I write stuff. You may have gathered this, if you’ve read this blog before. If you’re a total newcomer, then, welcome, come in, please take your shoes off and find a comfy bean-bag. Coffee is optional, and smoking is strictly prohibited. Offenders will be fed to the Snilth Wimbat.
Having established that I scribe, you may well ask — what do I scribe? Why do I scribe? Why is Alex waffling on and on and on and on and on about writing when he’s clearly just about to plug some more of his recently published works?

Hey, they’re all great questions. Thanks for asking.*

In the print world, the March issue of PC User Magazine — Australia’s Top-Selling Technology Magazine — features a bunch of my so-called “stuff”. No cover image, sadly, as they don’t seem to have updated their covers on their site for some time, but if you head to the newsagents and look for the magazine with “PC User” written large on the cover, you can’t go too far wrong. Failing that, just stand outside the newsagent, jumping up and down and screaming “PC USER! PC USER!”. That should work. Or they’ll take you away in a tiny green van. Either solution is good.

Anyway, the March issue features my roundup of USB portable Flash drives, and why you might want one for Windows Vista — covering the Corsair Flash Voyager 8GB, Lexar Jumpdrive Lightning 4GB, Sandisk Cruzer Titanium 2GB, Legend Swivel Thumb Drive 4GB, Sandisk Cruzer Profile 1GB, Olin USB 2.0 Flash Drive 1GB, Sony Micro Vault Tiny 2GB, Verbatim Store ‘N’ Go Smart Drive 1GB, A-Data My Flash Fingerprint Disk 1GB, Rundisk UR25 1GB and Lexar Jumpdrive Mercury 1GB. Phew! Not merely content wiith USB drives, the issue also features my review of the Road Angel Navigator 7000, complete with creepy Peter Brock voiceover.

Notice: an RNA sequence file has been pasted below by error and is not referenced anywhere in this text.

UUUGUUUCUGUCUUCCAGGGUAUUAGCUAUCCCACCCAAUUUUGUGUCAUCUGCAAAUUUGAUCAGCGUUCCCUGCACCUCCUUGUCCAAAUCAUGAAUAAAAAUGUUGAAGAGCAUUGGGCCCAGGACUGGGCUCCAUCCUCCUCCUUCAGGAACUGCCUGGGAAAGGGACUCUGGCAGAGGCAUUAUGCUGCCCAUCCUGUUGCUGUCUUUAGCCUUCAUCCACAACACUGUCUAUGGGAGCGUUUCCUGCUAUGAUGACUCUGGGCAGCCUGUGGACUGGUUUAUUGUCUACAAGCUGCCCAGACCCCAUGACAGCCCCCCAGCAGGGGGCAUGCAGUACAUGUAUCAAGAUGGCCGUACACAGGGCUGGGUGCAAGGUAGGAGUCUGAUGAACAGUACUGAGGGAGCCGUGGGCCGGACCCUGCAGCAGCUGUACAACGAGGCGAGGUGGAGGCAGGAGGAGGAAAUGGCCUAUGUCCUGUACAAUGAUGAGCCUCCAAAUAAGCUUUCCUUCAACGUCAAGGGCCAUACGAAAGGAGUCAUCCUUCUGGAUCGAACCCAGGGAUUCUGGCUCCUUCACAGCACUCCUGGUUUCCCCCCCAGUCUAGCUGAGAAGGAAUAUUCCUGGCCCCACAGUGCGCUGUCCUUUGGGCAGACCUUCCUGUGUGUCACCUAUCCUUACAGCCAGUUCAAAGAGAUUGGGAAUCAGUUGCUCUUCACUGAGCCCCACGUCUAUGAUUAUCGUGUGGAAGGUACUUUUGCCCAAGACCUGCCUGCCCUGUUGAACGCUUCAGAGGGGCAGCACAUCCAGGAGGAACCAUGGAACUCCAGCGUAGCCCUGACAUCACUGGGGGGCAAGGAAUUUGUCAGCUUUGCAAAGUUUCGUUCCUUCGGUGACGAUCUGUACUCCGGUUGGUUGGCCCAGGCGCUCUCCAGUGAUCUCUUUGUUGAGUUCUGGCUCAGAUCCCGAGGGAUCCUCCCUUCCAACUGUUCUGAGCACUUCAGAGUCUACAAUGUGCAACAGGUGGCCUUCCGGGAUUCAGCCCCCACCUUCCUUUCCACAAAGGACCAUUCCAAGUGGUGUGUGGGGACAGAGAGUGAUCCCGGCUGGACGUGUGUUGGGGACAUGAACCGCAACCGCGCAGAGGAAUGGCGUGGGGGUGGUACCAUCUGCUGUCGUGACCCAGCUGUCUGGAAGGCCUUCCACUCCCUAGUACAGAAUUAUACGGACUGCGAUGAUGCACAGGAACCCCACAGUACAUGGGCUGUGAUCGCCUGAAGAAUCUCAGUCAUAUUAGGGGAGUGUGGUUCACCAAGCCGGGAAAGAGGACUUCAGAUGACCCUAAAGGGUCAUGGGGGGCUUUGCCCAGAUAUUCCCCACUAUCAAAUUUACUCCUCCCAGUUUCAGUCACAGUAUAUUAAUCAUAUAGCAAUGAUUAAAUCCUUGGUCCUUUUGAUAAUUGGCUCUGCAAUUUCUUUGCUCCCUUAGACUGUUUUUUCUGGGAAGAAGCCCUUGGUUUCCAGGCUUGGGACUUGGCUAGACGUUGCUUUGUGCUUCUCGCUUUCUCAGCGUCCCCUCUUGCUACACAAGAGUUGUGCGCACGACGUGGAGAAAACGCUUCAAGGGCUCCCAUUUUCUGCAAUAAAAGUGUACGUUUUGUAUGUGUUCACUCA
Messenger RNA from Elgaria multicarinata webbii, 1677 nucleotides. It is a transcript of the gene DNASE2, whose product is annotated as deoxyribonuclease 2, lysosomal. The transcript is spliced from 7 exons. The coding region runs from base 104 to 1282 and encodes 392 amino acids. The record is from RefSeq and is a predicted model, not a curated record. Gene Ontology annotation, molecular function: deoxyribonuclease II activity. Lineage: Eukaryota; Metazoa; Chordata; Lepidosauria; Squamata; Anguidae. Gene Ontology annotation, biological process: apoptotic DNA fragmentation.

On the pixellated side of the publishing fence, GadgetGuy.com.au has also just published a small swag of my reviews:

Multifunction printers: One-trick ponies… not! “What should you be aware of before you plunge into buying your first MFC?
Canon PIXMA MP510: “Canon’s PIXMA MP510 is an all-in-one printer with an almost perfect marriage of speed, print quality and features at an enticing price point.”
Epson CX5900: Defining the CX5900 is pretty easy; it’s really a photo printer that’s had multifunction bobbins added on…”
HP Photosmart C4180: “You’re clearly not meant to peer ’round the back of the C4180, as it almost looks like there’s a missing bit…”

And finally, from the “I-can-add-this-to-my-publications-resume-category” the Bangkok Post has published my review of the Dopod P800W:“We still couldn’t think of any description to put on it that was better than describing it as the Frankenstein’s Monster of smart phones…”

*See, I can pick up the PR delaying-the-question-for-time-or-so-I-can-rephrase-the-question tools of the trade, given enough exposure